I stand on holy ground

I do not have to go
To Sacred Places
In far-off lands.
The ground I stand on
Is holy.

Here, in this little garden
I tend
My pilgrimage ends.
The wild honeybees
The hummingbird mothers
The flickering fireflies at dusk
Are a microcosm
Of the Universe.
Each seed that grows
Each spade of soil
Is full of miracles.

And I toil and sweat
And watch and wonder
And am full of love.
Living in place
In this place.
For truth and beauty
Dwell here.

–Mary de La Valette in Life Prayers

There’s definitely a theme in the poems and prayers that catch my eye lately. I love my home and where I live. I do not have wanderlust at all and while I do like to take occasional trips with my family, I’m not that big on travel and going other places. I like my own place.

When I took a class last year called Ecology and the Sacred, I was interested by the explanation in  our class textbook about how we typically, “tell the story of our cultural lives and our interactions with other people…” While I definitely share this tendency, I do also feel deeply rooted to my natural place—the land on which I live and on which I grew up. My parents homesteaded their property in the 1970’s and I was born at home and spent my entire childhood on the same piece of land on which I was born, playing in the woods. They are very connected to their land and literally their blood, sweat, and tears have gone into their “place” in the natural world. Nine years ago, my husband and I bought a parcel of my parents’ property and built our own home there. We live on a different road than my parents, but are still only one mile from where I was born, and our property is bordered by theirs on two sides. My husband and I have now invested a lot of time and energy into this piece of land, now our blood, and sweat, and tears are part of this piece of land and we feel permanent in this location. We do not—indeed, cannot—envision ever moving and living anywhere else. Sometimes my husband and I talk about whether this sense of permanence is binding or restrictive—i.e. what about the sense of possibility, about being able to “start over” anywhere—but we’ve concluded that rootedness has a great deal of personal value to us and we wouldn’t want to trade our roots for “wings.” While this isn’t quite the same as a natural history of place, I do feel that my own identity and social story includes an interwoven, personally important element of natural place. This part of the country is where I belong and I am invested in it. I feel safest in the woods, in locations surrounded by trees. It is my place!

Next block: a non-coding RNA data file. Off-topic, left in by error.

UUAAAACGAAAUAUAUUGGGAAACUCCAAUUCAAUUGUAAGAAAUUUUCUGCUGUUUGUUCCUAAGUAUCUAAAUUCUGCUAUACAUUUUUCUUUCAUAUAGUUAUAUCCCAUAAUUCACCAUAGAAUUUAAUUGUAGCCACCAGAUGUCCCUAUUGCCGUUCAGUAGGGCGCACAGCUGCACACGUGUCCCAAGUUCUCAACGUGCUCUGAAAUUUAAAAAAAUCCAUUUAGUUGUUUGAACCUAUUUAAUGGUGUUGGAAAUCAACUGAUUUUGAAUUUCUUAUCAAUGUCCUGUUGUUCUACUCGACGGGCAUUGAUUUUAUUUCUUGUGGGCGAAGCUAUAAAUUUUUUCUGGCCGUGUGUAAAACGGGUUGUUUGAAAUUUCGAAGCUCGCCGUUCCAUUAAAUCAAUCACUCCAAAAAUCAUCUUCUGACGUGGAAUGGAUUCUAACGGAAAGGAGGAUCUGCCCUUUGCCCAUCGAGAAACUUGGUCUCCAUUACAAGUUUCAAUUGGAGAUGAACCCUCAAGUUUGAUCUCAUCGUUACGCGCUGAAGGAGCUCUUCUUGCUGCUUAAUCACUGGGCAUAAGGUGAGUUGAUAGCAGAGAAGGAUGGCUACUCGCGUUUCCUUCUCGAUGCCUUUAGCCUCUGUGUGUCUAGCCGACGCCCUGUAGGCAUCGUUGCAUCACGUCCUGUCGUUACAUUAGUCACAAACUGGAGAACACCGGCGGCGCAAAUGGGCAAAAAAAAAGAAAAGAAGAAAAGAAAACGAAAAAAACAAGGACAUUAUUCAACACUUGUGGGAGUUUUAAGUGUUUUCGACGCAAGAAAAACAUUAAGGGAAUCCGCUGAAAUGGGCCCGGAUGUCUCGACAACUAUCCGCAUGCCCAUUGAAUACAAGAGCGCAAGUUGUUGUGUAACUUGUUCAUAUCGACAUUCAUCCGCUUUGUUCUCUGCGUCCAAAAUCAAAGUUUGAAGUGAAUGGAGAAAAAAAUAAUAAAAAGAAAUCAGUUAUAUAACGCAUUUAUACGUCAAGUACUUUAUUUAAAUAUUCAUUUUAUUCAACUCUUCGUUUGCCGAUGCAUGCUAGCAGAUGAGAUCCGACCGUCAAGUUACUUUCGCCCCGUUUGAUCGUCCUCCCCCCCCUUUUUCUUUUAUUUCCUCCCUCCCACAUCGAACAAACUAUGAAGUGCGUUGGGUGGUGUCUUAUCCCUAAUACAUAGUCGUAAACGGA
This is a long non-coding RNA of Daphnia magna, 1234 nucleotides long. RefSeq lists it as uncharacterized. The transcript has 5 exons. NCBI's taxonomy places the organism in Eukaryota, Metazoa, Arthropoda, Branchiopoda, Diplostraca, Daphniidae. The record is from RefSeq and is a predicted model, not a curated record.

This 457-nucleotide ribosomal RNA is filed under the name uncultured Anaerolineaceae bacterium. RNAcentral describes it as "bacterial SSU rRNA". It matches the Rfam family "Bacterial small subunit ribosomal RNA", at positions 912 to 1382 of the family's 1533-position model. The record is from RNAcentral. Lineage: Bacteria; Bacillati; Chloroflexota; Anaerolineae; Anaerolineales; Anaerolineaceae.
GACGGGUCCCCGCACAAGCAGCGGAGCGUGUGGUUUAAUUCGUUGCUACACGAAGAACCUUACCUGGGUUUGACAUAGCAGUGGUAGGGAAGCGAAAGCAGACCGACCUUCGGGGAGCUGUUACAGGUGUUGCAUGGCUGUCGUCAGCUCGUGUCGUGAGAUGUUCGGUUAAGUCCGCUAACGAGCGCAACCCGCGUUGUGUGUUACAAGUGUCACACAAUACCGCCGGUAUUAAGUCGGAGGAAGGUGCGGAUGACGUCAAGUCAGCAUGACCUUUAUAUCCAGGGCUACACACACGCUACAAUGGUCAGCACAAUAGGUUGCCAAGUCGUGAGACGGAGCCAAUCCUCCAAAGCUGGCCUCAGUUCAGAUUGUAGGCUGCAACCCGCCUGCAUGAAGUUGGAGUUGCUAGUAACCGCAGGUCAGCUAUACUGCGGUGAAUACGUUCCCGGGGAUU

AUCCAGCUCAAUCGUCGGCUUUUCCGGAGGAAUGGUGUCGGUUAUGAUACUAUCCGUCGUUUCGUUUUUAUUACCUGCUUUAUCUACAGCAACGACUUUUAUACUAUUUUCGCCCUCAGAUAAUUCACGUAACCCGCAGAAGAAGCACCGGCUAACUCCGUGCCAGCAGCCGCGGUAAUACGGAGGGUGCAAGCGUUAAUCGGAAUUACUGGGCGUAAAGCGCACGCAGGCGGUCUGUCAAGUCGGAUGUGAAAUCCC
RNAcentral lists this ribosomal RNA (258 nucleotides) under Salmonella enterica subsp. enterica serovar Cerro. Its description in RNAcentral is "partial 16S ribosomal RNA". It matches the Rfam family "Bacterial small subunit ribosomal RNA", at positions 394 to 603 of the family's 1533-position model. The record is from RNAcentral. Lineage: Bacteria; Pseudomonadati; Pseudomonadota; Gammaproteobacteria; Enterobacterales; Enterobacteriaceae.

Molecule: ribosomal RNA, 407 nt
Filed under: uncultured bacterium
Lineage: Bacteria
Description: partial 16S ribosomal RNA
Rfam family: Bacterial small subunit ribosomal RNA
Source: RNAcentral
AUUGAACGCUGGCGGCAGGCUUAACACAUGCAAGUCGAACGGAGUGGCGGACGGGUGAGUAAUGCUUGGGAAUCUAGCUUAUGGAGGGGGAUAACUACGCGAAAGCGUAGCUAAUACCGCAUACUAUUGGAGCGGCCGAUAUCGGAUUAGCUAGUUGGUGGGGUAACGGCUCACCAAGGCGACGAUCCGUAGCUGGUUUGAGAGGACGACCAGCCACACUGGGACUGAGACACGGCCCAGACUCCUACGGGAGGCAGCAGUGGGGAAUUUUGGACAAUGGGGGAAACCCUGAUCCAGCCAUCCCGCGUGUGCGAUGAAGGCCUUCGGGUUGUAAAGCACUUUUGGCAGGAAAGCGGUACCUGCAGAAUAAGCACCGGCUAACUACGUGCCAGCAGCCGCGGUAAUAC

During this class, I also reflected on how quickly the woods close in around human-made structures. When we built our house, it felt like we had scarred the land—we cleared some trees and had to dig for the septic tank and so forth. The ground looked stripped, some trees were damaged (or cut down), and our house was kind of plopped down there in the middle of the scar. We moved into our house five years ago and you can no longer see these environmental scars—indeed, it feels at times like we have to hold the woods back from taking the area back over and reclaiming the land. A variety of grasses and wildflowers grow in the cleared areas and trees stretch out all around our house. I feel pretty certain that if we no longer lived here, our house would be swallowed up by the forest within only a handful of years. This is reassuring to me in a strange way. No matter how we have altered the landscape by our human presence and ‘meddling’ with our ecosystem, Nature is waiting to reclaim and transform what we have attempted to mold and make our own.

I also reflected about how we, as human inhabitants of this patch of ground, are part of the woods and the forest ecosystem. I guess in some ways I feel like we are the invaders here, carving out a large footprint. But, while standing on our back deck, and looking all around me at the trees, grasses, and flowers, closing in…pressing in almost…on our house, it feels as if we, and our home, are a part of these woods. We live here in our—albeit excessively large–“nest,” much like any other animal inhabits its nest or burrow within the forest. And, we are within it too, not on top of or apart from it, mutually adapting to each other’s presence and all trying to survive and thrive.

Categories: family, nature, poems, quotes, readings, theapoetics | 1 Comment

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One thought on “I stand on holy ground

  1. Pingback: Holy Ground | WoodsPriestess

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